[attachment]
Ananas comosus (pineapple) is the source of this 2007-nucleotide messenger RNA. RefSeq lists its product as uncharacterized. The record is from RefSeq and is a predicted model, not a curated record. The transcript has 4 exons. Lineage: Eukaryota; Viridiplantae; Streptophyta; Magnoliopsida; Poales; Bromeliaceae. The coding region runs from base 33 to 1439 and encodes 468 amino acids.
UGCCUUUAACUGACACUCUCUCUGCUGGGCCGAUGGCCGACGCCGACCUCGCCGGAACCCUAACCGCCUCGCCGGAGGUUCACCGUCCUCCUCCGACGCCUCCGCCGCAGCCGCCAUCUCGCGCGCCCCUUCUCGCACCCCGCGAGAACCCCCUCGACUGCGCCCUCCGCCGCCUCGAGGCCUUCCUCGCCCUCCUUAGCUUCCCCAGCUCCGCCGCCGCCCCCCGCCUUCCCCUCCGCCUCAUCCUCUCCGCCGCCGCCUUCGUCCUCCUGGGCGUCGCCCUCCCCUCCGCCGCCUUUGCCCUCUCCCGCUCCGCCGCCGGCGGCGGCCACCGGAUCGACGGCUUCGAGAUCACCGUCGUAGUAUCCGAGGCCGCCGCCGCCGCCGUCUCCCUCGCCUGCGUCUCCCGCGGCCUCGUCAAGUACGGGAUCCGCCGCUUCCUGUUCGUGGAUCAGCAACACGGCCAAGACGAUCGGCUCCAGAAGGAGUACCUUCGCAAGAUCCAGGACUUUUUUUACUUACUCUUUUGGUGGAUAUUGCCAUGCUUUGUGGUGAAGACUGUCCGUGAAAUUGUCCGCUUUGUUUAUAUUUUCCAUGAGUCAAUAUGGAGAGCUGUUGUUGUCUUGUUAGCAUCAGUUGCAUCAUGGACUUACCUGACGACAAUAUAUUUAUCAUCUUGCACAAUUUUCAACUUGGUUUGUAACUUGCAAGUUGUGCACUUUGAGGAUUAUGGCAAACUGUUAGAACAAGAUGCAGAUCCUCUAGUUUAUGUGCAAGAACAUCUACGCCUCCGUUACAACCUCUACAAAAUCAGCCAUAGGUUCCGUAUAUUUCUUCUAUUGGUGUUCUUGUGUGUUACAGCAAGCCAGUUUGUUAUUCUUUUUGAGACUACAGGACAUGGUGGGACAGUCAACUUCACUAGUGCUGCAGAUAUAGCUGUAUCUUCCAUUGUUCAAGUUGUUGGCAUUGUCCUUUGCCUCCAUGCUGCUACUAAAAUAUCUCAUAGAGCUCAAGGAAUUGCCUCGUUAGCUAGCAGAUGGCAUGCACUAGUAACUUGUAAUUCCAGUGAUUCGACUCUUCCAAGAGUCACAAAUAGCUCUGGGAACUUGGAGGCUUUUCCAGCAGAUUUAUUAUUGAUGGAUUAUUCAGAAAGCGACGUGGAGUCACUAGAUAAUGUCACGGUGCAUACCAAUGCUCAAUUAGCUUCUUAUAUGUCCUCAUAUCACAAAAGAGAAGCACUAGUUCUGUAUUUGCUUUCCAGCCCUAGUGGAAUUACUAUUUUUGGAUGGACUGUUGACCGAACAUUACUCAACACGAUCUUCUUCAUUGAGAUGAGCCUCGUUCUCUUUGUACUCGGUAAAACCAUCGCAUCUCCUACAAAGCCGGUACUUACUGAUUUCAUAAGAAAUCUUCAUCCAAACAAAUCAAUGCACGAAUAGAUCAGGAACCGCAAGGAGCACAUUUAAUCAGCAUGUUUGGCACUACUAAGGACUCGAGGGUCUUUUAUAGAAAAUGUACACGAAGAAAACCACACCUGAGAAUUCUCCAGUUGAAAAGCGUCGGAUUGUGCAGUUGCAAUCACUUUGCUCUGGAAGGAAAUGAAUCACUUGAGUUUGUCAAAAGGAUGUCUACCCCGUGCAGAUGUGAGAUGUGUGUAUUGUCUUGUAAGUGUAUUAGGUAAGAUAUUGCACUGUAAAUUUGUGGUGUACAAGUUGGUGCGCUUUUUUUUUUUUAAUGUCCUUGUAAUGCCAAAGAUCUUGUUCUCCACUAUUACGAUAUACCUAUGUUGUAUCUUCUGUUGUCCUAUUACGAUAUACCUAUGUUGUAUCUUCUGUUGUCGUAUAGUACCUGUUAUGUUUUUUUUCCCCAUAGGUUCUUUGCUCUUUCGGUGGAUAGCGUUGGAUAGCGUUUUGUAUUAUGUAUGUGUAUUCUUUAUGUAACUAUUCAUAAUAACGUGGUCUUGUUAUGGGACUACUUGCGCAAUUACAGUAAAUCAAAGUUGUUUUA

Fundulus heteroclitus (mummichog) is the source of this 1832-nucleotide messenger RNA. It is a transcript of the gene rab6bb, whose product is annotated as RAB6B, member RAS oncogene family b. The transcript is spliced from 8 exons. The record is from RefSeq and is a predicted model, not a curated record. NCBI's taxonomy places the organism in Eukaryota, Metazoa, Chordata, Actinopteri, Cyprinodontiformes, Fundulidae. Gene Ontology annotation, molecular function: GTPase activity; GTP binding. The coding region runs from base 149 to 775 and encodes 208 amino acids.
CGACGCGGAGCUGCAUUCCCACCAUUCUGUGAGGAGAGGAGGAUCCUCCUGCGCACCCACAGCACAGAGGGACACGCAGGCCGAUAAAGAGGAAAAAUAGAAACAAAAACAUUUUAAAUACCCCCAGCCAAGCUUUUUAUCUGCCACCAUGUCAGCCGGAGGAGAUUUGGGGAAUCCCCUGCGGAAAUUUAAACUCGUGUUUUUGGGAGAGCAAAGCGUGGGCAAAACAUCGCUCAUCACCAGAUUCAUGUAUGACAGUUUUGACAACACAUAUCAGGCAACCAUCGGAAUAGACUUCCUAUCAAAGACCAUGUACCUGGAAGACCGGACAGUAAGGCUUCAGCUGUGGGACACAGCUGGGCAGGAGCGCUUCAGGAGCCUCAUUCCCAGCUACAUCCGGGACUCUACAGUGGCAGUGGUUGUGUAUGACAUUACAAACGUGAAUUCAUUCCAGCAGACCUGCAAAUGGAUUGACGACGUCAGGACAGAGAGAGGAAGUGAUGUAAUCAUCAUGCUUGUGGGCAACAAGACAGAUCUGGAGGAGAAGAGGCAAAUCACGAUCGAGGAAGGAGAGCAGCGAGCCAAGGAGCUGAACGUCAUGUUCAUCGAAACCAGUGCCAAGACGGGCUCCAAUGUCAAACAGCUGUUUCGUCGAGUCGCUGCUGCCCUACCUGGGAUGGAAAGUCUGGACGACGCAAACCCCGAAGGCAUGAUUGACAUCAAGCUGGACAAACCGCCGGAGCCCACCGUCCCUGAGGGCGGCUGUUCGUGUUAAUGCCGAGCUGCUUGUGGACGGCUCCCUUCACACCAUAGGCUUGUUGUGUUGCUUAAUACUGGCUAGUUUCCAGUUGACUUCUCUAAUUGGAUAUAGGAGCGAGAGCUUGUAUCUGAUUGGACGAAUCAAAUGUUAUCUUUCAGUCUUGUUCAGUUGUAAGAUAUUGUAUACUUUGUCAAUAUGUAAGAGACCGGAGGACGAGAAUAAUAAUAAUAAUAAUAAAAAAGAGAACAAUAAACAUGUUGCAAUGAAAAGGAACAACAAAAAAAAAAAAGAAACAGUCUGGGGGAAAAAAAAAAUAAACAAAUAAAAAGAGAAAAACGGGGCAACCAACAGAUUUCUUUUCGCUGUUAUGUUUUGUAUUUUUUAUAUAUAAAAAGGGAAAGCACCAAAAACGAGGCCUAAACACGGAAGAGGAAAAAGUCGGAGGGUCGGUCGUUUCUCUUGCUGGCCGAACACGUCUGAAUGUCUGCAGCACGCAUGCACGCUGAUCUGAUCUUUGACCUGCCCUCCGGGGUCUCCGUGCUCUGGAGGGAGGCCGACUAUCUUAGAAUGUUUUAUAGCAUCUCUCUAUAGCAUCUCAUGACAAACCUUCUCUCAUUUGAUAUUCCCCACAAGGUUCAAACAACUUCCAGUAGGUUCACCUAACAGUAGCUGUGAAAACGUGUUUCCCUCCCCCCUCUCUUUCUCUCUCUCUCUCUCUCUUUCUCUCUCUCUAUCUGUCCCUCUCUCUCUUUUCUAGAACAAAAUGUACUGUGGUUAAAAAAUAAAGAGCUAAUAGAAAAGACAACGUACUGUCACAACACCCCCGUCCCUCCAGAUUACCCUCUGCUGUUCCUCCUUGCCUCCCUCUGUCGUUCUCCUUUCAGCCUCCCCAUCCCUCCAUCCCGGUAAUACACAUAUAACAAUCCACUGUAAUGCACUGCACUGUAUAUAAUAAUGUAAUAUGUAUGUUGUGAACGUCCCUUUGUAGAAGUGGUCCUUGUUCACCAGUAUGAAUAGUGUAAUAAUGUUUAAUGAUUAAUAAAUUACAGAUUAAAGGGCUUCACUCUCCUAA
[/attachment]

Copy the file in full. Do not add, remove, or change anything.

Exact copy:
Ananas comosus (pineapple) is the source of this 2007-nucleotide messenger RNA. RefSeq lists its product as uncharacterized. The record is from RefSeq and is a predicted model, not a curated record. The transcript has 4 exons. Lineage: Eukaryota; Viridiplantae; Streptophyta; Magnoliopsida; Poales; Bromeliaceae. The coding region runs from base 33 to 1439 and encodes 468 amino acids.
UGCCUUUAACUGACACUCUCUCUGCUGGGCCGAUGGCCGACGCCGACCUCGCCGGAACCCUAACCGCCUCGCCGGAGGUUCACCGUCCUCCUCCGACGCCUCCGCCGCAGCCGCCAUCUCGCGCGCCCCUUCUCGCACCCCGCGAGAACCCCCUCGACUGCGCCCUCCGCCGCCUCGAGGCCUUCCUCGCCCUCCUUAGCUUCCCCAGCUCCGCCGCCGCCCCCCGCCUUCCCCUCCGCCUCAUCCUCUCCGCCGCCGCCUUCGUCCUCCUGGGCGUCGCCCUCCCCUCCGCCGCCUUUGCCCUCUCCCGCUCCGCCGCCGGCGGCGGCCACCGGAUCGACGGCUUCGAGAUCACCGUCGUAGUAUCCGAGGCCGCCGCCGCCGCCGUCUCCCUCGCCUGCGUCUCCCGCGGCCUCGUCAAGUACGGGAUCCGCCGCUUCCUGUUCGUGGAUCAGCAACACGGCCAAGACGAUCGGCUCCAGAAGGAGUACCUUCGCAAGAUCCAGGACUUUUUUUACUUACUCUUUUGGUGGAUAUUGCCAUGCUUUGUGGUGAAGACUGUCCGUGAAAUUGUCCGCUUUGUUUAUAUUUUCCAUGAGUCAAUAUGGAGAGCUGUUGUUGUCUUGUUAGCAUCAGUUGCAUCAUGGACUUACCUGACGACAAUAUAUUUAUCAUCUUGCACAAUUUUCAACUUGGUUUGUAACUUGCAAGUUGUGCACUUUGAGGAUUAUGGCAAACUGUUAGAACAAGAUGCAGAUCCUCUAGUUUAUGUGCAAGAACAUCUACGCCUCCGUUACAACCUCUACAAAAUCAGCCAUAGGUUCCGUAUAUUUCUUCUAUUGGUGUUCUUGUGUGUUACAGCAAGCCAGUUUGUUAUUCUUUUUGAGACUACAGGACAUGGUGGGACAGUCAACUUCACUAGUGCUGCAGAUAUAGCUGUAUCUUCCAUUGUUCAAGUUGUUGGCAUUGUCCUUUGCCUCCAUGCUGCUACUAAAAUAUCUCAUAGAGCUCAAGGAAUUGCCUCGUUAGCUAGCAGAUGGCAUGCACUAGUAACUUGUAAUUCCAGUGAUUCGACUCUUCCAAGAGUCACAAAUAGCUCUGGGAACUUGGAGGCUUUUCCAGCAGAUUUAUUAUUGAUGGAUUAUUCAGAAAGCGACGUGGAGUCACUAGAUAAUGUCACGGUGCAUACCAAUGCUCAAUUAGCUUCUUAUAUGUCCUCAUAUCACAAAAGAGAAGCACUAGUUCUGUAUUUGCUUUCCAGCCCUAGUGGAAUUACUAUUUUUGGAUGGACUGUUGACCGAACAUUACUCAACACGAUCUUCUUCAUUGAGAUGAGCCUCGUUCUCUUUGUACUCGGUAAAACCAUCGCAUCUCCUACAAAGCCGGUACUUACUGAUUUCAUAAGAAAUCUUCAUCCAAACAAAUCAAUGCACGAAUAGAUCAGGAACCGCAAGGAGCACAUUUAAUCAGCAUGUUUGGCACUACUAAGGACUCGAGGGUCUUUUAUAGAAAAUGUACACGAAGAAAACCACACCUGAGAAUUCUCCAGUUGAAAAGCGUCGGAUUGUGCAGUUGCAAUCACUUUGCUCUGGAAGGAAAUGAAUCACUUGAGUUUGUCAAAAGGAUGUCUACCCCGUGCAGAUGUGAGAUGUGUGUAUUGUCUUGUAAGUGUAUUAGGUAAGAUAUUGCACUGUAAAUUUGUGGUGUACAAGUUGGUGCGCUUUUUUUUUUUUAAUGUCCUUGUAAUGCCAAAGAUCUUGUUCUCCACUAUUACGAUAUACCUAUGUUGUAUCUUCUGUUGUCCUAUUACGAUAUACCUAUGUUGUAUCUUCUGUUGUCGUAUAGUACCUGUUAUGUUUUUUUUCCCCAUAGGUUCUUUGCUCUUUCGGUGGAUAGCGUUGGAUAGCGUUUUGUAUUAUGUAUGUGUAUUCUUUAUGUAACUAUUCAUAAUAACGUGGUCUUGUUAUGGGACUACUUGCGCAAUUACAGUAAAUCAAAGUUGUUUUA

Fundulus heteroclitus (mummichog) is the source of this 1832-nucleotide messenger RNA. It is a transcript of the gene rab6bb, whose product is annotated as RAB6B, member RAS oncogene family b. The transcript is spliced from 8 exons. The record is from RefSeq and is a predicted model, not a curated record. NCBI's taxonomy places the organism in Eukaryota, Metazoa, Chordata, Actinopteri, Cyprinodontiformes, Fundulidae. Gene Ontology annotation, molecular function: GTPase activity; GTP binding. The coding region runs from base 149 to 775 and encodes 208 amino acids.
CGACGCGGAGCUGCAUUCCCACCAUUCUGUGAGGAGAGGAGGAUCCUCCUGCGCACCCACAGCACAGAGGGACACGCAGGCCGAUAAAGAGGAAAAAUAGAAACAAAAACAUUUUAAAUACCCCCAGCCAAGCUUUUUAUCUGCCACCAUGUCAGCCGGAGGAGAUUUGGGGAAUCCCCUGCGGAAAUUUAAACUCGUGUUUUUGGGAGAGCAAAGCGUGGGCAAAACAUCGCUCAUCACCAGAUUCAUGUAUGACAGUUUUGACAACACAUAUCAGGCAACCAUCGGAAUAGACUUCCUAUCAAAGACCAUGUACCUGGAAGACCGGACAGUAAGGCUUCAGCUGUGGGACACAGCUGGGCAGGAGCGCUUCAGGAGCCUCAUUCCCAGCUACAUCCGGGACUCUACAGUGGCAGUGGUUGUGUAUGACAUUACAAACGUGAAUUCAUUCCAGCAGACCUGCAAAUGGAUUGACGACGUCAGGACAGAGAGAGGAAGUGAUGUAAUCAUCAUGCUUGUGGGCAACAAGACAGAUCUGGAGGAGAAGAGGCAAAUCACGAUCGAGGAAGGAGAGCAGCGAGCCAAGGAGCUGAACGUCAUGUUCAUCGAAACCAGUGCCAAGACGGGCUCCAAUGUCAAACAGCUGUUUCGUCGAGUCGCUGCUGCCCUACCUGGGAUGGAAAGUCUGGACGACGCAAACCCCGAAGGCAUGAUUGACAUCAAGCUGGACAAACCGCCGGAGCCCACCGUCCCUGAGGGCGGCUGUUCGUGUUAAUGCCGAGCUGCUUGUGGACGGCUCCCUUCACACCAUAGGCUUGUUGUGUUGCUUAAUACUGGCUAGUUUCCAGUUGACUUCUCUAAUUGGAUAUAGGAGCGAGAGCUUGUAUCUGAUUGGACGAAUCAAAUGUUAUCUUUCAGUCUUGUUCAGUUGUAAGAUAUUGUAUACUUUGUCAAUAUGUAAGAGACCGGAGGACGAGAAUAAUAAUAAUAAUAAUAAAAAAGAGAACAAUAAACAUGUUGCAAUGAAAAGGAACAACAAAAAAAAAAAAGAAACAGUCUGGGGGAAAAAAAAAAUAAACAAAUAAAAAGAGAAAAACGGGGCAACCAACAGAUUUCUUUUCGCUGUUAUGUUUUGUAUUUUUUAUAUAUAAAAAGGGAAAGCACCAAAAACGAGGCCUAAACACGGAAGAGGAAAAAGUCGGAGGGUCGGUCGUUUCUCUUGCUGGCCGAACACGUCUGAAUGUCUGCAGCACGCAUGCACGCUGAUCUGAUCUUUGACCUGCCCUCCGGGGUCUCCGUGCUCUGGAGGGAGGCCGACUAUCUUAGAAUGUUUUAUAGCAUCUCUCUAUAGCAUCUCAUGACAAACCUUCUCUCAUUUGAUAUUCCCCACAAGGUUCAAACAACUUCCAGUAGGUUCACCUAACAGUAGCUGUGAAAACGUGUUUCCCUCCCCCCUCUCUUUCUCUCUCUCUCUCUCUCUUUCUCUCUCUCUAUCUGUCCCUCUCUCUCUUUUCUAGAACAAAAUGUACUGUGGUUAAAAAAUAAAGAGCUAAUAGAAAAGACAACGUACUGUCACAACACCCCCGUCCCUCCAGAUUACCCUCUGCUGUUCCUCCUUGCCUCCCUCUGUCGUUCUCCUUUCAGCCUCCCCAUCCCUCCAUCCCGGUAAUACACAUAUAACAAUCCACUGUAAUGCACUGCACUGUAUAUAAUAAUGUAAUAUGUAUGUUGUGAACGUCCCUUUGUAGAAGUGGUCCUUGUUCACCAGUAUGAAUAGUGUAAUAAUGUUUAAUGAUUAAUAAAUUACAGAUUAAAGGGCUUCACUCUCCUAA